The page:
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What is AI?

Artificial Intelligence (AI) is a branch of computer science that involves creating smart machines capable of performing tasks that typically require human intelligence. These machines are usually purpose-built and are significantly faster and more reliable than humans at their specific task.

How can I use AI in manufacturing?

Every aspect of manufacturing stands to gain from AI. In manufacturing, AI, particularly in visual inspection and predictive maintenance, enhances efficiency by automating quality checks, identifying defects, and predicting when equipment maintenance is needed. AI also has applications in predictive analytics and human-machine interface simplification.

How does AI improve visual inspection in manufacturing?

AI algorithms can be trained to see similar to like humans learn to see and identify objects. Unlike traditional quality control where feature-engineering was used to define defective units, AI algorithms learn to recognize them by being shown examples. Instead of identifying detailed and specific measurements and programming your system to make the pass/fail decision based on these measurements, the algorithm learns from examples, e.g. pictures or other physical measurements, and then determines whether a new product it is shown is good or defective.

Why is defect detection with AI superior to traditional approaches?

The advantages of AI vs manual inspection or traditional automated approaches like machine vision are reliability, high accuracy and high-speed defect detection 24/7 of every single manufactured product, even in high-speed manufacturing. 

Compared to manual inspection, AI is faster, mopre accurate and reliable. It also addresses challenges hiring personnel for quality inspection jobs.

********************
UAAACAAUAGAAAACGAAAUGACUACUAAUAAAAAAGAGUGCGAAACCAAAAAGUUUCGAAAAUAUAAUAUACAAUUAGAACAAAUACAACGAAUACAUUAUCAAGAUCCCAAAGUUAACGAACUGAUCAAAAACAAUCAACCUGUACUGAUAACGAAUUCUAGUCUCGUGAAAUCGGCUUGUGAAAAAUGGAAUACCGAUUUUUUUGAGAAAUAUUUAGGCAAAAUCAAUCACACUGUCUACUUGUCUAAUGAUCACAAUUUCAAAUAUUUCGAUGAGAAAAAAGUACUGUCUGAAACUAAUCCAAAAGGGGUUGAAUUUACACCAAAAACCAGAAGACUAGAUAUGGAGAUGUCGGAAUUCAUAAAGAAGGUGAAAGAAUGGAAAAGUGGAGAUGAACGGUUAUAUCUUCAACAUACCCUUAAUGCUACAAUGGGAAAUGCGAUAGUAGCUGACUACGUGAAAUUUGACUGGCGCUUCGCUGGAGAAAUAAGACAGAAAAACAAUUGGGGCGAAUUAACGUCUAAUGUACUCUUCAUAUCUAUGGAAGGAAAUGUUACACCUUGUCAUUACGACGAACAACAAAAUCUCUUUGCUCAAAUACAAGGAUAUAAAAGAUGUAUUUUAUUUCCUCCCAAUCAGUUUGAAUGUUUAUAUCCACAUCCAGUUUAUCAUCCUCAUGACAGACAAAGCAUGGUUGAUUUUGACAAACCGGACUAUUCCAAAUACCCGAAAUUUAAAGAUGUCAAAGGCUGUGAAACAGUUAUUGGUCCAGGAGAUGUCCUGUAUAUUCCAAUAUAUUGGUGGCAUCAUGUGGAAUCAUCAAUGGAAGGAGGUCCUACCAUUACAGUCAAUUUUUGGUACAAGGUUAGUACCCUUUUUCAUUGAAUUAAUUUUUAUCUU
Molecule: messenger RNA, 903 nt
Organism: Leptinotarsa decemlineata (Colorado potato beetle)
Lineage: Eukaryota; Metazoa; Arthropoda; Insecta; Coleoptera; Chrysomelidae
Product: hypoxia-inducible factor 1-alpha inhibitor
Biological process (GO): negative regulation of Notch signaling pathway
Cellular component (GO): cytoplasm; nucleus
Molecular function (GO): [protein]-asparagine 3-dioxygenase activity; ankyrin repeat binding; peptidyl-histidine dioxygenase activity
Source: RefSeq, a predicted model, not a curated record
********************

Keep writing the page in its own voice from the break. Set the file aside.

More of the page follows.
Compared to machine vision, AI models can be trained more quickly, the hardware is generally significantly cheaper and the models can be retrained quickly if product or process parameters change. They can also flexibly adjust to changes in the environment e.g. changes in lighting conditions (time of day/ season/broken light bulb).

What type of defects does AI detect?

Algorithms can be trained to detect any defect that can be recognized visually or by other physical measurements. This ranges from large and obvious defects, such as a wine bottle without a cork, to the small and subtle, such as a hairline crack in the glass of the wine bottle.

Can AI classify different defect types or classes?

Yes. When trained properly, AI algorithms can differentiate between different types of defects and identify defective units accordingly, e.g. wine bottles a) without corks, b) with the label misaligned, c) with cracks in the glass or d) insufficient fill volume. To correctly classify a defect, the algorithm needs to be trained with enough examples (the training set) of this defect so it can “learn” to spot the defect reliably.

AI models are also capable of identifying new classes of defects, that previously couldn’t be detected.

What is a training set?

To learn an AI-based algorithm needs to “see” examples of both defective and good units. The set of pictures or other sensor data that is used to teach the algorithm to differentiate between good and defective products is referred to as training set. A training set can also be referred to as training library.